“For alchemy to take place in a film, the form must include the expression of its own materiality, and this materiality must be in union with its subject matter. If this union is not present, if the film’s literalness is so overwhelming, so illustrative, that it obliterates the medium it is composed of, then one is seduced into a dream state of belief or absorption that, though effective on that level, lacks the necessary ingredients for transmutation. Such a film denies its totality. It denies the fact of what it is actually made of.
The instinct to express the union of material and subject occurs at the beginning of known human expression. The devotional cave art in southern France and northern Spain often plays with the contours of the cave walls to enhance the hallucination of the bison or horse depicted on them. Egyptian sculpture is as much about the unceasing nature of stone as it is about the unceasing glance engraved on that stone. In French religious stone carving of the late twelfth century, the stone itself is luminous, as both material and expression. The stained glass of the same period was born out of a love of the elemental glory oflight, color, and glass, while at the same time relating biblical tales or the lives of saints. Similarly, Bach’s organ chorale preludes are as much an expression of skeletal fingers pressing down on ivory keys and releasing air through pipes as they are melodic evocations of prayer. Mozart, born into the age of classicism, wedded his classical style to the human metabolism in every detail. The texture of the instrumentation, the key changes, and the depiction of conversation and emotion through melodic line are the music itself and at the same time are a primordial mirror or example of what it is to be fully human. We hear ourselves at our alchemical best.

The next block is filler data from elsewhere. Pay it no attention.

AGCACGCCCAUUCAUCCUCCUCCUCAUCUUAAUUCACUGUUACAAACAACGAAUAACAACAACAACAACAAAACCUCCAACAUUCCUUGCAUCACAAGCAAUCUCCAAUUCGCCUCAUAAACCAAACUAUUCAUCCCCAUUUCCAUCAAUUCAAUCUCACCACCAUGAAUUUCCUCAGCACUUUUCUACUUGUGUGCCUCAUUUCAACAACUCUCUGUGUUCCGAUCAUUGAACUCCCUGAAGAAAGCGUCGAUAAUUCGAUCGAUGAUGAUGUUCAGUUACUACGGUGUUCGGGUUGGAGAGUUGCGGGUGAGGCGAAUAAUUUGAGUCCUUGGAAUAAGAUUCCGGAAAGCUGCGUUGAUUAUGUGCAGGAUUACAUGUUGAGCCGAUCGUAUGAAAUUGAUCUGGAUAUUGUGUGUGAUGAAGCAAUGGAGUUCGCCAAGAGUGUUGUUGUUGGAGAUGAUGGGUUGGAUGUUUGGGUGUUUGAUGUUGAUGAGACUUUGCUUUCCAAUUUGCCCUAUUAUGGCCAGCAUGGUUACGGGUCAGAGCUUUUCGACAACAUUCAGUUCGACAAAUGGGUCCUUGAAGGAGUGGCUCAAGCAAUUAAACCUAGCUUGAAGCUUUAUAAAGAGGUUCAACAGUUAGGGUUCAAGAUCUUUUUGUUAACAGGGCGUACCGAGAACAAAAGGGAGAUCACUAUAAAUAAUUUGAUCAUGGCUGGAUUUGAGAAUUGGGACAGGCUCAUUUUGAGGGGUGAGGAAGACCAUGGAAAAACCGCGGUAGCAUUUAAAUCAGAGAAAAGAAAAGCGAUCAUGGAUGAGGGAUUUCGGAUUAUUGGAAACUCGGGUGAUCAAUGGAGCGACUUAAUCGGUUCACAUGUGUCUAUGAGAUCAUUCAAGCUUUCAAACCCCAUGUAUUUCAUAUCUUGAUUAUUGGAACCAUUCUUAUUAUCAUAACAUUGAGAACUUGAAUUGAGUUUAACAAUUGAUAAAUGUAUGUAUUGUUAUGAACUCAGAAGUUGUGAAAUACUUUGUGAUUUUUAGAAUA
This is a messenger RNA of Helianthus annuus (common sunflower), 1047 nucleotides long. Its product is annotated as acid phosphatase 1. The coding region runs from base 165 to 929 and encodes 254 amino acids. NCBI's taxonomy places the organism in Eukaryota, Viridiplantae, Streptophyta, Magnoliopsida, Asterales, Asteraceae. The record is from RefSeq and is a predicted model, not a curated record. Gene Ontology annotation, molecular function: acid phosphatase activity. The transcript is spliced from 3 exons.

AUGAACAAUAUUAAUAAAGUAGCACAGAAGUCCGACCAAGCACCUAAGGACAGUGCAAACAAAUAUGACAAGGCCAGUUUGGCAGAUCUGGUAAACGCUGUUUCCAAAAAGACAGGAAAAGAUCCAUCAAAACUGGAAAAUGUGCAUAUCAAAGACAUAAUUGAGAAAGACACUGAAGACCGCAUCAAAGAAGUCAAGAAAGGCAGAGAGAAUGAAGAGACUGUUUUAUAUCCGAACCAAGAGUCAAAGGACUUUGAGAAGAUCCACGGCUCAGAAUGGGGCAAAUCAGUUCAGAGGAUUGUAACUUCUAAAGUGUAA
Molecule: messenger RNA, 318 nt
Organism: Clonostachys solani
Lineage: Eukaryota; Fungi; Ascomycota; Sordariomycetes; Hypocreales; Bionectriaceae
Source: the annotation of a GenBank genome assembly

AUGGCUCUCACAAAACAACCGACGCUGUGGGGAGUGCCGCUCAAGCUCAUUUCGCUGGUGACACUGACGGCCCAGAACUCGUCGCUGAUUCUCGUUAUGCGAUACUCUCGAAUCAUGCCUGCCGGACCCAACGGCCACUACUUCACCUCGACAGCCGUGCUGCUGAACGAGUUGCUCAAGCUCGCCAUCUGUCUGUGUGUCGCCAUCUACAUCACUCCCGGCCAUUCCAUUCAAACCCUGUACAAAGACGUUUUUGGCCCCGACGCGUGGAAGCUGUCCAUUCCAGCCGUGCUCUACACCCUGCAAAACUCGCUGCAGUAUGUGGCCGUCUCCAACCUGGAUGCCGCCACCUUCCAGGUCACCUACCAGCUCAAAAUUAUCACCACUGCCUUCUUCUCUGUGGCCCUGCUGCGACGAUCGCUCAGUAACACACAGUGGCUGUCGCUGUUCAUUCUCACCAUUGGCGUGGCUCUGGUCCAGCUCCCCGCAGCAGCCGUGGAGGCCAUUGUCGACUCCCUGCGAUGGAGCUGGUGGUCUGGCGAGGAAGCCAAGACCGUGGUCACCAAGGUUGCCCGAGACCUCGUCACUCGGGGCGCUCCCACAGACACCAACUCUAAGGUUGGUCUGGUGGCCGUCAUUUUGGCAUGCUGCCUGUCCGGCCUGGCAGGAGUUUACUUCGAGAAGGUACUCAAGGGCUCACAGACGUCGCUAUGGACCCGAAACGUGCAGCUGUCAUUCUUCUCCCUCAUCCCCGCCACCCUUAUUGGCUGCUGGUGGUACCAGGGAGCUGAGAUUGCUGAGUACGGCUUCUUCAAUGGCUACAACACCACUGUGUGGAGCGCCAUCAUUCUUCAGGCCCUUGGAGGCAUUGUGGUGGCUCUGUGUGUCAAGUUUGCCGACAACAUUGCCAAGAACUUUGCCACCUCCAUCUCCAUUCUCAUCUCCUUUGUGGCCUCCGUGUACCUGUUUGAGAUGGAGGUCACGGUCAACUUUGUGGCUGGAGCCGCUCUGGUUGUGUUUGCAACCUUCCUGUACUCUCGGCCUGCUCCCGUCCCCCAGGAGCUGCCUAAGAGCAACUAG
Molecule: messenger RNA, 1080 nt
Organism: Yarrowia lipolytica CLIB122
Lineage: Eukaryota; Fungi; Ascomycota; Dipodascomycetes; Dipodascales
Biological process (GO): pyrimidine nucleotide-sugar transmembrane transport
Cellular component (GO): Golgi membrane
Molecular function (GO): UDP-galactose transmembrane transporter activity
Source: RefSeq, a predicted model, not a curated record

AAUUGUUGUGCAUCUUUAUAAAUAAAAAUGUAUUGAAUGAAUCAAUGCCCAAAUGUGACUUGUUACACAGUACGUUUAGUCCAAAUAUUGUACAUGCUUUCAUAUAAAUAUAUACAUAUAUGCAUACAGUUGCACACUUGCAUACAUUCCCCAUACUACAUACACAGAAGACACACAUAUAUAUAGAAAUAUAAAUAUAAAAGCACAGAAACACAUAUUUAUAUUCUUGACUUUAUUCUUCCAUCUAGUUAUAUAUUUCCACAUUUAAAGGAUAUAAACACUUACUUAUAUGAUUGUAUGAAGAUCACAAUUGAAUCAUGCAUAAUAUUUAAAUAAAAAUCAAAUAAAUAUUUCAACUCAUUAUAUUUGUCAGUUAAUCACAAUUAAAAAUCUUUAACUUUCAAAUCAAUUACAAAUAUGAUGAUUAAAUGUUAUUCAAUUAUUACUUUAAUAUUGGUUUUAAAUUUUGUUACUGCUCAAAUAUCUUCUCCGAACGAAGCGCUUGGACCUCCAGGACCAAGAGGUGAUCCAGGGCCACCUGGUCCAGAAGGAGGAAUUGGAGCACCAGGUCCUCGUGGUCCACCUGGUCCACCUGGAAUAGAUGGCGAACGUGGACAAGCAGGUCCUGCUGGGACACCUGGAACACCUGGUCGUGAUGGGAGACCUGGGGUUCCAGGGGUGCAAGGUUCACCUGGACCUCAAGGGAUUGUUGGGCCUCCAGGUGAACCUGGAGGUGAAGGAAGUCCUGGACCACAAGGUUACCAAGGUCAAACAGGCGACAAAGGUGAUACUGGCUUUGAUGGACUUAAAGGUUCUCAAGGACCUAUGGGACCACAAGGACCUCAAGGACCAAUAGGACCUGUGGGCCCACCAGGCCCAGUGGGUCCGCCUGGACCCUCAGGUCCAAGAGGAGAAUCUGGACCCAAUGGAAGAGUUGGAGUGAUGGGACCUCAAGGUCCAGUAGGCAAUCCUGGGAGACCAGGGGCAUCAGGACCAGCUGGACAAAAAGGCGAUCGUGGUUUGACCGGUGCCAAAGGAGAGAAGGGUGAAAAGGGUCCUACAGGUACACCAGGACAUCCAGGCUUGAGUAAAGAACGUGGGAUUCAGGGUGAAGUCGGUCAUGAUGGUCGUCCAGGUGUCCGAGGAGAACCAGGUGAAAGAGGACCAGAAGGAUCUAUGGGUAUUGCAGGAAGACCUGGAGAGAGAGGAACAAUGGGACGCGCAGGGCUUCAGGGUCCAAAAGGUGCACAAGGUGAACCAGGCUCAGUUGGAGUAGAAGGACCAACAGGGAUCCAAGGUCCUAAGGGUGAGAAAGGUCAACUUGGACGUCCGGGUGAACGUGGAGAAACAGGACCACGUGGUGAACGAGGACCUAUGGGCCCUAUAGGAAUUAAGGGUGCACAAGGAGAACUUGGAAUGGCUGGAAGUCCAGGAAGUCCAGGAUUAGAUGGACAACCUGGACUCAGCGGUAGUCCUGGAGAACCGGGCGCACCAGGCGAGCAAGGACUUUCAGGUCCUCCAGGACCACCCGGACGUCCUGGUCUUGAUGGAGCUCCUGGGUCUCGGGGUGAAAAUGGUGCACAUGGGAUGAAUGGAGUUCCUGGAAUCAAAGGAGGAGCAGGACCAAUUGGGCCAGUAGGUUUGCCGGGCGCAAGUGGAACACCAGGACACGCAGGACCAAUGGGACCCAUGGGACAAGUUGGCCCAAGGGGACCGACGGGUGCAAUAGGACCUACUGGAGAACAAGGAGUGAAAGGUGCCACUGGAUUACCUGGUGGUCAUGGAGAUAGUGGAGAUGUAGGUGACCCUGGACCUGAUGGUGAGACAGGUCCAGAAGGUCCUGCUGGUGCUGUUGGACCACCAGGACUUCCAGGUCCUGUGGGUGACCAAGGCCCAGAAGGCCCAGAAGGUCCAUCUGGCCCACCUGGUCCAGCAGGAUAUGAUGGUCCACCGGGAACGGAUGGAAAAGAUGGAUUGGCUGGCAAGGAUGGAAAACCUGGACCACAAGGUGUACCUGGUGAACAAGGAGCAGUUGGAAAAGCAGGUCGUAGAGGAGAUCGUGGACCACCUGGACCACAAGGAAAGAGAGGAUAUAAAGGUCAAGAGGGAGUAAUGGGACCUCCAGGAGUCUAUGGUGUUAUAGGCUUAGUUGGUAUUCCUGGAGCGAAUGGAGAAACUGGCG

For film to partake in this luminosity and elemental glory, and thereby lay the ground for devotion, it must obey its own materiality.”